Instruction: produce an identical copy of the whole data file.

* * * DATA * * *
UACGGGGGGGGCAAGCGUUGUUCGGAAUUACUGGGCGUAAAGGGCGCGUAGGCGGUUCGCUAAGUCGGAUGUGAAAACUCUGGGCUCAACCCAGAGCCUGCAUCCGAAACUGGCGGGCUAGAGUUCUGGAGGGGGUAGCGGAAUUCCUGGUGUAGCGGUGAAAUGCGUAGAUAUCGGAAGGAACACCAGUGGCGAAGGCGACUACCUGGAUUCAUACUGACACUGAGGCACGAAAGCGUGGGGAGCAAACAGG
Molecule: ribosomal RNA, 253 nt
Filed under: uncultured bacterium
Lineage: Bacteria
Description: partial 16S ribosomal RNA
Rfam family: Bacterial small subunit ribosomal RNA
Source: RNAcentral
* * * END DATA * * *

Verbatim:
UACGGGGGGGGCAAGCGUUGUUCGGAAUUACUGGGCGUAAAGGGCGCGUAGGCGGUUCGCUAAGUCGGAUGUGAAAACUCUGGGCUCAACCCAGAGCCUGCAUCCGAAACUGGCGGGCUAGAGUUCUGGAGGGGGUAGCGGAAUUCCUGGUGUAGCGGUGAAAUGCGUAGAUAUCGGAAGGAACACCAGUGGCGAAGGCGACUACCUGGAUUCAUACUGACACUGAGGCACGAAAGCGUGGGGAGCAAACAGG
Molecule: ribosomal RNA, 253 nt
Filed under: uncultured bacterium
Lineage: Bacteria
Description: partial 16S ribosomal RNA
Rfam family: Bacterial small subunit ribosomal RNA
Source: RNAcentral